In his contribution to the "What Is Inequality?" series, Pedro Ramos Pinto provides a critical history of both scholarly and public attention to inequality. Ramos Pinto examines the development of GDP as a mode of comparing inequality across nation-states as well as recent efforts at documenting changes in income distribution within countries. He concludes with a paradox: a principal focus on the income levels of individuals risks oversimplifying and misunderstanding inequality, but at the same time provides a concise and potent rallying cry for egalitarian movements that contest it.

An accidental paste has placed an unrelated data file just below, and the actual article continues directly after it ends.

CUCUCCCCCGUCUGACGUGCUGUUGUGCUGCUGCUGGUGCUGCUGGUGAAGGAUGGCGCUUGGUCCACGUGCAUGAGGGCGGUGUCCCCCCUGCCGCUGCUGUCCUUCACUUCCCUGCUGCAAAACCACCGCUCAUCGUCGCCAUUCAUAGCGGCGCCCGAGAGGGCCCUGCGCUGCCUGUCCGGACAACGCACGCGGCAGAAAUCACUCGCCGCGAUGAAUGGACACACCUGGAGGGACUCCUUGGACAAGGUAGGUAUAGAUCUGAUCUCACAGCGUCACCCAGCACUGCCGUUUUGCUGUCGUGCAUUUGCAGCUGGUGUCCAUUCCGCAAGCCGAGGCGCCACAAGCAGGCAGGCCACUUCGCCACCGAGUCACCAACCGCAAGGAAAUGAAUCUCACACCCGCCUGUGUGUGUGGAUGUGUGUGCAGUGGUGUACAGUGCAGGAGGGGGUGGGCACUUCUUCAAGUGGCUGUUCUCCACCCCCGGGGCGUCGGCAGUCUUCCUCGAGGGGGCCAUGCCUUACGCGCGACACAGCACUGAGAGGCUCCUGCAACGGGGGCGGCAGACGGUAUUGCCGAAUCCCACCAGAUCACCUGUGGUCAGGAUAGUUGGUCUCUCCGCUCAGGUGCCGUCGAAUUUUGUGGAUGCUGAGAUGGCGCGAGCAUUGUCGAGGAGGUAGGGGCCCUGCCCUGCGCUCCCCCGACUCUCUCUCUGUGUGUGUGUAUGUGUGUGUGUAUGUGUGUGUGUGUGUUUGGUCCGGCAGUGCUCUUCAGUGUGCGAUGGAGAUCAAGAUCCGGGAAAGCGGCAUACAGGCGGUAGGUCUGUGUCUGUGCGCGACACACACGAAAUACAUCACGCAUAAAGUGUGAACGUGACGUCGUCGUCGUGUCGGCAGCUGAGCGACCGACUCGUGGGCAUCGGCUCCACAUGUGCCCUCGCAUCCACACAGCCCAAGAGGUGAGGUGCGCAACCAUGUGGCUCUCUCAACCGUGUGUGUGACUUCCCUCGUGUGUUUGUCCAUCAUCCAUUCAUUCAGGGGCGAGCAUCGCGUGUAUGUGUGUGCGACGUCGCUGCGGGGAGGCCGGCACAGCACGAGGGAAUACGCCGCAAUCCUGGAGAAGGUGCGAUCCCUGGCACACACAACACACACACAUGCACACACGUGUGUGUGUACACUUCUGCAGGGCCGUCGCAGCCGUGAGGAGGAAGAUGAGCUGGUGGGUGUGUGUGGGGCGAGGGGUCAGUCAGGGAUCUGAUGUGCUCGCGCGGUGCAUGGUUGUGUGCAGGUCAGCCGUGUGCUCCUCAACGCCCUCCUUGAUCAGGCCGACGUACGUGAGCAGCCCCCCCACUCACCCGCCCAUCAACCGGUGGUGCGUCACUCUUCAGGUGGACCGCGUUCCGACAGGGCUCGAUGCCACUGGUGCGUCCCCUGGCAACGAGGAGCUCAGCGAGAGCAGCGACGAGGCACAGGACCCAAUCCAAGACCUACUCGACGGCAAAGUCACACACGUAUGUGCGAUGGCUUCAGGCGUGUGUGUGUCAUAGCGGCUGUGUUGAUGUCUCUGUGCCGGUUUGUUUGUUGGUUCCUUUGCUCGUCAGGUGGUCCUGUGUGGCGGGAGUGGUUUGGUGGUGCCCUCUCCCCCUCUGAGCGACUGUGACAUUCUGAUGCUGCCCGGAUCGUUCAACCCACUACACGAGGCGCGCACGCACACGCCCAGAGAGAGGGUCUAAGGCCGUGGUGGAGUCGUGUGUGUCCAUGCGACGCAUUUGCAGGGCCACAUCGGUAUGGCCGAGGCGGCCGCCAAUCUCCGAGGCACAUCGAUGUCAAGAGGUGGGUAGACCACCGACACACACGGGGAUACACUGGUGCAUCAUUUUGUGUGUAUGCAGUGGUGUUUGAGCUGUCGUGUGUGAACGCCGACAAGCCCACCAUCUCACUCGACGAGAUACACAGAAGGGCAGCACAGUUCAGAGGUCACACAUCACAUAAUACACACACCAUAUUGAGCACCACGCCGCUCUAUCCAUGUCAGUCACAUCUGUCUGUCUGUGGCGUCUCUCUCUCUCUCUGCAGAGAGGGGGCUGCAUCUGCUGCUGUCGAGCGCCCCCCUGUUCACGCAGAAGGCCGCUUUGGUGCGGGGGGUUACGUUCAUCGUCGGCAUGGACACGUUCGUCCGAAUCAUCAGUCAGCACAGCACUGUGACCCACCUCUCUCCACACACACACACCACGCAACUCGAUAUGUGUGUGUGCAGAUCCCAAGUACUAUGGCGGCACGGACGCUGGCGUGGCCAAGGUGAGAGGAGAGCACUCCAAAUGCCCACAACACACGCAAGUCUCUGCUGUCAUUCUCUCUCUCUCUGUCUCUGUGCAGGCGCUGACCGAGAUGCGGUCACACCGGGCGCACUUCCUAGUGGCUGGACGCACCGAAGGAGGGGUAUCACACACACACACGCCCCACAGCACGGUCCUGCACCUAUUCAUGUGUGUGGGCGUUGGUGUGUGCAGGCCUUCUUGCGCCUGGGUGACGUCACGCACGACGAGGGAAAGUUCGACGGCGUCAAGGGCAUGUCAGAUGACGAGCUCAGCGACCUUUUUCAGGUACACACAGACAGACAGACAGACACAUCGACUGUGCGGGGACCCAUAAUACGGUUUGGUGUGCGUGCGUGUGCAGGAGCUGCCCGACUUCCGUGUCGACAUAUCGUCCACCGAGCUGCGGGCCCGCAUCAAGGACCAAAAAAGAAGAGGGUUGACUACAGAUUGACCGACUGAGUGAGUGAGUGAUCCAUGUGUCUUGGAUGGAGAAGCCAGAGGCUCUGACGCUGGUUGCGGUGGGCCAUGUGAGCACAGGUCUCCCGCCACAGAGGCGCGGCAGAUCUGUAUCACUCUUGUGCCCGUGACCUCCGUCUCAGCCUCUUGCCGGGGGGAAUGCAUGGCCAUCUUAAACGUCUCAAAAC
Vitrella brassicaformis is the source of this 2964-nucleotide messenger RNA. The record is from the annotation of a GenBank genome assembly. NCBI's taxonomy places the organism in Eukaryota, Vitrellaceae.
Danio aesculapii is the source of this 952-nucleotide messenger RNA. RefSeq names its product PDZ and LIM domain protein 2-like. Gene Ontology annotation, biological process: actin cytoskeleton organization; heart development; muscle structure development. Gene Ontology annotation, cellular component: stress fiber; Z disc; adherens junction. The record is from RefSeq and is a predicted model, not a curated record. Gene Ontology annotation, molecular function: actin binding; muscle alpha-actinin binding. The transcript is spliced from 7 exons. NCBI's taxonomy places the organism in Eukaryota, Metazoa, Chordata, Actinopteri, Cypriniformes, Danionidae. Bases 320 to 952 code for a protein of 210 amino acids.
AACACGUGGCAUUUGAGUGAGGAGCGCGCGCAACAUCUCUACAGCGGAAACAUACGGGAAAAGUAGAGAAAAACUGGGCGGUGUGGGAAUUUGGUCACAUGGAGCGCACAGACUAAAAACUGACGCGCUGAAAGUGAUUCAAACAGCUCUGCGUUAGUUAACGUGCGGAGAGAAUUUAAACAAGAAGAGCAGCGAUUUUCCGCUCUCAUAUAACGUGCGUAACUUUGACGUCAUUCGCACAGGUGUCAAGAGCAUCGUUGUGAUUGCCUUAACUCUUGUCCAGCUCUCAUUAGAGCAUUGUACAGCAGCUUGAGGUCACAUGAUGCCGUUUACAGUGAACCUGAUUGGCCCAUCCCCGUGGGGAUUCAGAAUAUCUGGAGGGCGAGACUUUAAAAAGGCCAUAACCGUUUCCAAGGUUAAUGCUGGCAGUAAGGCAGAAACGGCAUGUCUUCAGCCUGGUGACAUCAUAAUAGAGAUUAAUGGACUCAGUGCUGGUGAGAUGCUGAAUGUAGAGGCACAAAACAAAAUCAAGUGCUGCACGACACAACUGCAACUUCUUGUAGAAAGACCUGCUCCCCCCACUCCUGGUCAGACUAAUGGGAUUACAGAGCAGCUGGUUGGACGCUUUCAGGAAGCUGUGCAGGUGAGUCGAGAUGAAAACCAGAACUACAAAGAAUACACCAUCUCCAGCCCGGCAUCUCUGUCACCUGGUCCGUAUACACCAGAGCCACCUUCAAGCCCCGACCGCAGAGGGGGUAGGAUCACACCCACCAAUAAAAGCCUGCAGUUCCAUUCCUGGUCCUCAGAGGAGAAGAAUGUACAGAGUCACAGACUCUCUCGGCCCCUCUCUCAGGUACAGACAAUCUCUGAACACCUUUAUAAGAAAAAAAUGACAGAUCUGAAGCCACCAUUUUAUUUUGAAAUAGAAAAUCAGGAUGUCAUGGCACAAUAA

Pedro Ramos Pinto
Pedro Ramos Pinto is a lecturer in international economic history at the University of Cambridge and a fellow of Trinity Hall. He directs the Inequality & History Network, and his current research explores the links between the historical origins of welfare systems in Latin America and Southern Europe and contemporary patterns of inequality. His recent works include the books Lisbon Rising: Urban Social Movements in the Portuguese Revolution, 1974–1975 (Manchester University Press, 2013), and The Impact of History? Histories at the Beginning of the 21st Century (Routledge, 2015).